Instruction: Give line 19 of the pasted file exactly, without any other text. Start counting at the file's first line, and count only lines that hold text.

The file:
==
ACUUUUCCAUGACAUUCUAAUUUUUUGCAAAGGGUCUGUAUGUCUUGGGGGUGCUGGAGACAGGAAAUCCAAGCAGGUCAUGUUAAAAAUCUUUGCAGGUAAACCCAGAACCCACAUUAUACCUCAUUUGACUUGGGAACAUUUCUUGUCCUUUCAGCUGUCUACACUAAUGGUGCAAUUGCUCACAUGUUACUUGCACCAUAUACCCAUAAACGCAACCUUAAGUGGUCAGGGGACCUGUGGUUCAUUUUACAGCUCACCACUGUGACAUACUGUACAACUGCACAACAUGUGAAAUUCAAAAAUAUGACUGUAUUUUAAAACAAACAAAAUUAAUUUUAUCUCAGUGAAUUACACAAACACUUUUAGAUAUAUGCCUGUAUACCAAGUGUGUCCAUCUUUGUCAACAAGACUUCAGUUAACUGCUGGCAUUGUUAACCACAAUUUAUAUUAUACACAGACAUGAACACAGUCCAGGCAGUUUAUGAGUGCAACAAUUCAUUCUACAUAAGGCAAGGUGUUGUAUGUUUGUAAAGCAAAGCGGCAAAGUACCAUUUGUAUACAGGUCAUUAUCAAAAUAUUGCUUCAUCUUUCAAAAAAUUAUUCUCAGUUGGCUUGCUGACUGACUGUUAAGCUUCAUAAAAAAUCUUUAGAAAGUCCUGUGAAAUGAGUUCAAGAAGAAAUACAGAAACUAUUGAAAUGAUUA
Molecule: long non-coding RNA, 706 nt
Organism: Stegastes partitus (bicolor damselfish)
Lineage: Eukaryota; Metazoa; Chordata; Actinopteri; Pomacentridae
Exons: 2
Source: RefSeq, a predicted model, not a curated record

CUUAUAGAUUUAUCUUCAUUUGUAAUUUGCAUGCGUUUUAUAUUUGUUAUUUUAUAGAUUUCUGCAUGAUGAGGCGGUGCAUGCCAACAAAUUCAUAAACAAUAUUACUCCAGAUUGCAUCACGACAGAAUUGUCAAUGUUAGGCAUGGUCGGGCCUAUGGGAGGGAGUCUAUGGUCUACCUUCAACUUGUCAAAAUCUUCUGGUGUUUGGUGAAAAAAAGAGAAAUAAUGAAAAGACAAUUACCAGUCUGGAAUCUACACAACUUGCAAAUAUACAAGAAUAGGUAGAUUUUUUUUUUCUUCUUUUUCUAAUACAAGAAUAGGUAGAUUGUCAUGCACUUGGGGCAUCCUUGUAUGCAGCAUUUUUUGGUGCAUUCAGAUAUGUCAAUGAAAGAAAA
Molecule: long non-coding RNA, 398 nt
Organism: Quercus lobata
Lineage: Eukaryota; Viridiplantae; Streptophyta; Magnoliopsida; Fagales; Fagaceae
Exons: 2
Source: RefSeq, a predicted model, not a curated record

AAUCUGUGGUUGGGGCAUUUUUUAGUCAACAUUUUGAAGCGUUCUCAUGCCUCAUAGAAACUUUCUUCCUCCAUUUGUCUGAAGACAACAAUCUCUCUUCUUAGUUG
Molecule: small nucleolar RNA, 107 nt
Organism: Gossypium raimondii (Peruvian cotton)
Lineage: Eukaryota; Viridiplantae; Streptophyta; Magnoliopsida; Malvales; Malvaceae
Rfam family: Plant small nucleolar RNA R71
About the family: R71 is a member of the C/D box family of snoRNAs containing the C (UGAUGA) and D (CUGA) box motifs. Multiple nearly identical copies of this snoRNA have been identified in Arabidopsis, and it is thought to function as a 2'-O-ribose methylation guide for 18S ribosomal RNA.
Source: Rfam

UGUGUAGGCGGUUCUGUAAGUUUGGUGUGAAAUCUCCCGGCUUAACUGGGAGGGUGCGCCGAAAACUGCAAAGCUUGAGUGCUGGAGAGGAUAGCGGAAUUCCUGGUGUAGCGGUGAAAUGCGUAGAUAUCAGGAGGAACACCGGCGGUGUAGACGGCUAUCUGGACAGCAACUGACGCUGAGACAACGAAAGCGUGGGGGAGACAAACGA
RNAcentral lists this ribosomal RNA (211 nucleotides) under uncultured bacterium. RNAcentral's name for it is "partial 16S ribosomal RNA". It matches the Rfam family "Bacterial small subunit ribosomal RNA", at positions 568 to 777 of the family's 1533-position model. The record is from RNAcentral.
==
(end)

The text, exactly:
Source: Rfam